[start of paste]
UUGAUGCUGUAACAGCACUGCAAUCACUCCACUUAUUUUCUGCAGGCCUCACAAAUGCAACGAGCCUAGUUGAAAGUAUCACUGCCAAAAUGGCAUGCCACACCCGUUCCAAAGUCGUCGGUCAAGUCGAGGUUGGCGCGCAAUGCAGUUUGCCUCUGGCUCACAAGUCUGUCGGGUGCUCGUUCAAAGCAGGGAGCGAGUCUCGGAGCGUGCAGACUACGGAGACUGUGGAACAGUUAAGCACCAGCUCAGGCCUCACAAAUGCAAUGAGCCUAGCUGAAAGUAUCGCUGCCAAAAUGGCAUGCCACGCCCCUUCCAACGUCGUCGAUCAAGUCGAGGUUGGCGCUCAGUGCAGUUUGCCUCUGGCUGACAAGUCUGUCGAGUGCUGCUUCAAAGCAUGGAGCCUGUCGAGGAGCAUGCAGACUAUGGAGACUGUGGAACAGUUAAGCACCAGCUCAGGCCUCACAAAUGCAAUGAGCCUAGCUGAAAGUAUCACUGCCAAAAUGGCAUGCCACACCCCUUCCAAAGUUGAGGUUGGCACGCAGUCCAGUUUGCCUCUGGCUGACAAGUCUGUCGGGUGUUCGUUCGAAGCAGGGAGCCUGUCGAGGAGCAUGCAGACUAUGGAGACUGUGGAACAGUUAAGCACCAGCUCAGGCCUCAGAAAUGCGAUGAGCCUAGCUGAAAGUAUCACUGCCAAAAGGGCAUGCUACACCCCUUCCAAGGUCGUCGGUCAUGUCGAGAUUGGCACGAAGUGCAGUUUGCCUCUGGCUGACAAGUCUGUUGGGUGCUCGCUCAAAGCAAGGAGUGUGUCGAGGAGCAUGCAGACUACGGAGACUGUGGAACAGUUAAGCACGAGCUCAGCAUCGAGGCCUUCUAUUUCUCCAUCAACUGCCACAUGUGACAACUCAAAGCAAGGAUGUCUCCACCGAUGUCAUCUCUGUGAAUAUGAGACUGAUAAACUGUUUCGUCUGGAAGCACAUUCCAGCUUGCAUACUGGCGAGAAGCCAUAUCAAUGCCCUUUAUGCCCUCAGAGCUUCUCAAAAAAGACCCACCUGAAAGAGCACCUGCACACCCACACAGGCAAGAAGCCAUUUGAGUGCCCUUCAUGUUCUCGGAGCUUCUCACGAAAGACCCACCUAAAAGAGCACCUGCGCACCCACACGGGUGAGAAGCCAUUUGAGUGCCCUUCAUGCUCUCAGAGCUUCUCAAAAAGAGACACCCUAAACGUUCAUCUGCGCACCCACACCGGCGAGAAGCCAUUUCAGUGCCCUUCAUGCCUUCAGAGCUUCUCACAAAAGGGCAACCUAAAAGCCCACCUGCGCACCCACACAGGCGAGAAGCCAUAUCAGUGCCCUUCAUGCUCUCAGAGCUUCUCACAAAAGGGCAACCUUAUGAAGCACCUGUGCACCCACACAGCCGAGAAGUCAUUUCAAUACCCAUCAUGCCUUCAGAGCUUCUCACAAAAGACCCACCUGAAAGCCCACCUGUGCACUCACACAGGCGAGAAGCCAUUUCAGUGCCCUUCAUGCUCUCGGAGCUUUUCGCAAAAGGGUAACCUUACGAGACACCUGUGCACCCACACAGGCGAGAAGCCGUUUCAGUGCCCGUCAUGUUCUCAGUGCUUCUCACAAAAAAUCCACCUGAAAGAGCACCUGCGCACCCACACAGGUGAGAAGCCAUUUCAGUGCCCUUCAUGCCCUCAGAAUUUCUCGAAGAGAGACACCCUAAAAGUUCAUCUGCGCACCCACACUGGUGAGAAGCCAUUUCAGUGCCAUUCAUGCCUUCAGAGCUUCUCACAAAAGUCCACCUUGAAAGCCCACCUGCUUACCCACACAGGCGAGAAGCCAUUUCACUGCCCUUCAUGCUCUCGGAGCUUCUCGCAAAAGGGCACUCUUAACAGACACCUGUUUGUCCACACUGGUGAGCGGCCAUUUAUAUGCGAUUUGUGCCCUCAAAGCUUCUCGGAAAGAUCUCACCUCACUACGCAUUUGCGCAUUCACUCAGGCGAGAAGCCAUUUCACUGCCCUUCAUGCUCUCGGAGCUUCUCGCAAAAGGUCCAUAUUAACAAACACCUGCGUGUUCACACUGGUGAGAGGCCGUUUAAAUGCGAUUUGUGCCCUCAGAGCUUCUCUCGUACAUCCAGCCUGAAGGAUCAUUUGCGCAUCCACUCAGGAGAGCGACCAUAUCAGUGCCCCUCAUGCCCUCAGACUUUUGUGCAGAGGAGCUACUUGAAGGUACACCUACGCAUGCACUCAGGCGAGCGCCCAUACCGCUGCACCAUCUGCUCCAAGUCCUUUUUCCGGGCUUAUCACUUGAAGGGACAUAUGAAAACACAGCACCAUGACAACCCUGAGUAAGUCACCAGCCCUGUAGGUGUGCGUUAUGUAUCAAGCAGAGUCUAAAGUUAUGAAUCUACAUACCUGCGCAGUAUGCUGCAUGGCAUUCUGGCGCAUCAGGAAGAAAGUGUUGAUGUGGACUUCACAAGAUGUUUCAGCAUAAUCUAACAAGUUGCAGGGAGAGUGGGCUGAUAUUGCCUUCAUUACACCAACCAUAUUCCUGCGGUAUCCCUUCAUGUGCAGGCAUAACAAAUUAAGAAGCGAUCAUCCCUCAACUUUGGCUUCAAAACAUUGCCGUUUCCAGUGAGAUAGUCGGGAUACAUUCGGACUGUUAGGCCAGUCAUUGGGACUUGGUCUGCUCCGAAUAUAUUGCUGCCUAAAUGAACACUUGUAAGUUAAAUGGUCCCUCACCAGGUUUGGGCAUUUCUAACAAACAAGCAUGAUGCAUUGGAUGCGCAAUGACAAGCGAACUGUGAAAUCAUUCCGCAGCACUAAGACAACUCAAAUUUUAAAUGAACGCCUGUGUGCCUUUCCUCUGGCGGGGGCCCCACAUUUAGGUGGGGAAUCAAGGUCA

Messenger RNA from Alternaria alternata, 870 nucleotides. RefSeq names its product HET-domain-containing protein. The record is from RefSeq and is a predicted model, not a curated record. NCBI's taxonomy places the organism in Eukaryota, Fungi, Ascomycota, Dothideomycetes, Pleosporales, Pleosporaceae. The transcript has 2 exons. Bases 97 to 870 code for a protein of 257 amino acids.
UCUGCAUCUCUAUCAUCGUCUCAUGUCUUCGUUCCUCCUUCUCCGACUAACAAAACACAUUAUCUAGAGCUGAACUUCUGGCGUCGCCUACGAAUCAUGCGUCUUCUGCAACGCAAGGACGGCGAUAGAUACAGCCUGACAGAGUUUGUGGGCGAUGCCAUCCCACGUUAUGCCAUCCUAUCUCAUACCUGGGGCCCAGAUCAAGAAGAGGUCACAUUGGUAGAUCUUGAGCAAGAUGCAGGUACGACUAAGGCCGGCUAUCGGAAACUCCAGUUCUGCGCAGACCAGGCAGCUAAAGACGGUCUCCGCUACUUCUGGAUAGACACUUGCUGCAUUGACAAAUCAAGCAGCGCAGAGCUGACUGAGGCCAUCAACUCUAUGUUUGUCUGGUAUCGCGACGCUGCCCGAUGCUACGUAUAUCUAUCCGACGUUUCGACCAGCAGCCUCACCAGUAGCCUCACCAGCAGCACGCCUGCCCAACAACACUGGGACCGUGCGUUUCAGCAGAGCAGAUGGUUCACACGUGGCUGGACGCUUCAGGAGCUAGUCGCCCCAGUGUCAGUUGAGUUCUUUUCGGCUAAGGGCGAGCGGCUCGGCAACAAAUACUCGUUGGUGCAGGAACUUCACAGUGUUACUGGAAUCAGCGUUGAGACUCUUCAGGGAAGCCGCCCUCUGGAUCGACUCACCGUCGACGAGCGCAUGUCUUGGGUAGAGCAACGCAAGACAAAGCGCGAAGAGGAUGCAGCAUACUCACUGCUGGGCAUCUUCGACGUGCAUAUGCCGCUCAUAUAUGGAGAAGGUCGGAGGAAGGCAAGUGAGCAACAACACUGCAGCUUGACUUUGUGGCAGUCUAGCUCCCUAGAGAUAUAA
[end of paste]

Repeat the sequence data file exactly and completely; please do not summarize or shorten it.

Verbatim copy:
UUGAUGCUGUAACAGCACUGCAAUCACUCCACUUAUUUUCUGCAGGCCUCACAAAUGCAACGAGCCUAGUUGAAAGUAUCACUGCCAAAAUGGCAUGCCACACCCGUUCCAAAGUCGUCGGUCAAGUCGAGGUUGGCGCGCAAUGCAGUUUGCCUCUGGCUCACAAGUCUGUCGGGUGCUCGUUCAAAGCAGGGAGCGAGUCUCGGAGCGUGCAGACUACGGAGACUGUGGAACAGUUAAGCACCAGCUCAGGCCUCACAAAUGCAAUGAGCCUAGCUGAAAGUAUCGCUGCCAAAAUGGCAUGCCACGCCCCUUCCAACGUCGUCGAUCAAGUCGAGGUUGGCGCUCAGUGCAGUUUGCCUCUGGCUGACAAGUCUGUCGAGUGCUGCUUCAAAGCAUGGAGCCUGUCGAGGAGCAUGCAGACUAUGGAGACUGUGGAACAGUUAAGCACCAGCUCAGGCCUCACAAAUGCAAUGAGCCUAGCUGAAAGUAUCACUGCCAAAAUGGCAUGCCACACCCCUUCCAAAGUUGAGGUUGGCACGCAGUCCAGUUUGCCUCUGGCUGACAAGUCUGUCGGGUGUUCGUUCGAAGCAGGGAGCCUGUCGAGGAGCAUGCAGACUAUGGAGACUGUGGAACAGUUAAGCACCAGCUCAGGCCUCAGAAAUGCGAUGAGCCUAGCUGAAAGUAUCACUGCCAAAAGGGCAUGCUACACCCCUUCCAAGGUCGUCGGUCAUGUCGAGAUUGGCACGAAGUGCAGUUUGCCUCUGGCUGACAAGUCUGUUGGGUGCUCGCUCAAAGCAAGGAGUGUGUCGAGGAGCAUGCAGACUACGGAGACUGUGGAACAGUUAAGCACGAGCUCAGCAUCGAGGCCUUCUAUUUCUCCAUCAACUGCCACAUGUGACAACUCAAAGCAAGGAUGUCUCCACCGAUGUCAUCUCUGUGAAUAUGAGACUGAUAAACUGUUUCGUCUGGAAGCACAUUCCAGCUUGCAUACUGGCGAGAAGCCAUAUCAAUGCCCUUUAUGCCCUCAGAGCUUCUCAAAAAAGACCCACCUGAAAGAGCACCUGCACACCCACACAGGCAAGAAGCCAUUUGAGUGCCCUUCAUGUUCUCGGAGCUUCUCACGAAAGACCCACCUAAAAGAGCACCUGCGCACCCACACGGGUGAGAAGCCAUUUGAGUGCCCUUCAUGCUCUCAGAGCUUCUCAAAAAGAGACACCCUAAACGUUCAUCUGCGCACCCACACCGGCGAGAAGCCAUUUCAGUGCCCUUCAUGCCUUCAGAGCUUCUCACAAAAGGGCAACCUAAAAGCCCACCUGCGCACCCACACAGGCGAGAAGCCAUAUCAGUGCCCUUCAUGCUCUCAGAGCUUCUCACAAAAGGGCAACCUUAUGAAGCACCUGUGCACCCACACAGCCGAGAAGUCAUUUCAAUACCCAUCAUGCCUUCAGAGCUUCUCACAAAAGACCCACCUGAAAGCCCACCUGUGCACUCACACAGGCGAGAAGCCAUUUCAGUGCCCUUCAUGCUCUCGGAGCUUUUCGCAAAAGGGUAACCUUACGAGACACCUGUGCACCCACACAGGCGAGAAGCCGUUUCAGUGCCCGUCAUGUUCUCAGUGCUUCUCACAAAAAAUCCACCUGAAAGAGCACCUGCGCACCCACACAGGUGAGAAGCCAUUUCAGUGCCCUUCAUGCCCUCAGAAUUUCUCGAAGAGAGACACCCUAAAAGUUCAUCUGCGCACCCACACUGGUGAGAAGCCAUUUCAGUGCCAUUCAUGCCUUCAGAGCUUCUCACAAAAGUCCACCUUGAAAGCCCACCUGCUUACCCACACAGGCGAGAAGCCAUUUCACUGCCCUUCAUGCUCUCGGAGCUUCUCGCAAAAGGGCACUCUUAACAGACACCUGUUUGUCCACACUGGUGAGCGGCCAUUUAUAUGCGAUUUGUGCCCUCAAAGCUUCUCGGAAAGAUCUCACCUCACUACGCAUUUGCGCAUUCACUCAGGCGAGAAGCCAUUUCACUGCCCUUCAUGCUCUCGGAGCUUCUCGCAAAAGGUCCAUAUUAACAAACACCUGCGUGUUCACACUGGUGAGAGGCCGUUUAAAUGCGAUUUGUGCCCUCAGAGCUUCUCUCGUACAUCCAGCCUGAAGGAUCAUUUGCGCAUCCACUCAGGAGAGCGACCAUAUCAGUGCCCCUCAUGCCCUCAGACUUUUGUGCAGAGGAGCUACUUGAAGGUACACCUACGCAUGCACUCAGGCGAGCGCCCAUACCGCUGCACCAUCUGCUCCAAGUCCUUUUUCCGGGCUUAUCACUUGAAGGGACAUAUGAAAACACAGCACCAUGACAACCCUGAGUAAGUCACCAGCCCUGUAGGUGUGCGUUAUGUAUCAAGCAGAGUCUAAAGUUAUGAAUCUACAUACCUGCGCAGUAUGCUGCAUGGCAUUCUGGCGCAUCAGGAAGAAAGUGUUGAUGUGGACUUCACAAGAUGUUUCAGCAUAAUCUAACAAGUUGCAGGGAGAGUGGGCUGAUAUUGCCUUCAUUACACCAACCAUAUUCCUGCGGUAUCCCUUCAUGUGCAGGCAUAACAAAUUAAGAAGCGAUCAUCCCUCAACUUUGGCUUCAAAACAUUGCCGUUUCCAGUGAGAUAGUCGGGAUACAUUCGGACUGUUAGGCCAGUCAUUGGGACUUGGUCUGCUCCGAAUAUAUUGCUGCCUAAAUGAACACUUGUAAGUUAAAUGGUCCCUCACCAGGUUUGGGCAUUUCUAACAAACAAGCAUGAUGCAUUGGAUGCGCAAUGACAAGCGAACUGUGAAAUCAUUCCGCAGCACUAAGACAACUCAAAUUUUAAAUGAACGCCUGUGUGCCUUUCCUCUGGCGGGGGCCCCACAUUUAGGUGGGGAAUCAAGGUCA

Messenger RNA from Alternaria alternata, 870 nucleotides. RefSeq names its product HET-domain-containing protein. The record is from RefSeq and is a predicted model, not a curated record. NCBI's taxonomy places the organism in Eukaryota, Fungi, Ascomycota, Dothideomycetes, Pleosporales, Pleosporaceae. The transcript has 2 exons. Bases 97 to 870 code for a protein of 257 amino acids.
UCUGCAUCUCUAUCAUCGUCUCAUGUCUUCGUUCCUCCUUCUCCGACUAACAAAACACAUUAUCUAGAGCUGAACUUCUGGCGUCGCCUACGAAUCAUGCGUCUUCUGCAACGCAAGGACGGCGAUAGAUACAGCCUGACAGAGUUUGUGGGCGAUGCCAUCCCACGUUAUGCCAUCCUAUCUCAUACCUGGGGCCCAGAUCAAGAAGAGGUCACAUUGGUAGAUCUUGAGCAAGAUGCAGGUACGACUAAGGCCGGCUAUCGGAAACUCCAGUUCUGCGCAGACCAGGCAGCUAAAGACGGUCUCCGCUACUUCUGGAUAGACACUUGCUGCAUUGACAAAUCAAGCAGCGCAGAGCUGACUGAGGCCAUCAACUCUAUGUUUGUCUGGUAUCGCGACGCUGCCCGAUGCUACGUAUAUCUAUCCGACGUUUCGACCAGCAGCCUCACCAGUAGCCUCACCAGCAGCACGCCUGCCCAACAACACUGGGACCGUGCGUUUCAGCAGAGCAGAUGGUUCACACGUGGCUGGACGCUUCAGGAGCUAGUCGCCCCAGUGUCAGUUGAGUUCUUUUCGGCUAAGGGCGAGCGGCUCGGCAACAAAUACUCGUUGGUGCAGGAACUUCACAGUGUUACUGGAAUCAGCGUUGAGACUCUUCAGGGAAGCCGCCCUCUGGAUCGACUCACCGUCGACGAGCGCAUGUCUUGGGUAGAGCAACGCAAGACAAAGCGCGAAGAGGAUGCAGCAUACUCACUGCUGGGCAUCUUCGACGUGCAUAUGCCGCUCAUAUAUGGAGAAGGUCGGAGGAAGGCAAGUGAGCAACAACACUGCAGCUUGACUUUGUGGCAGUCUAGCUCCCUAGAGAUAUAA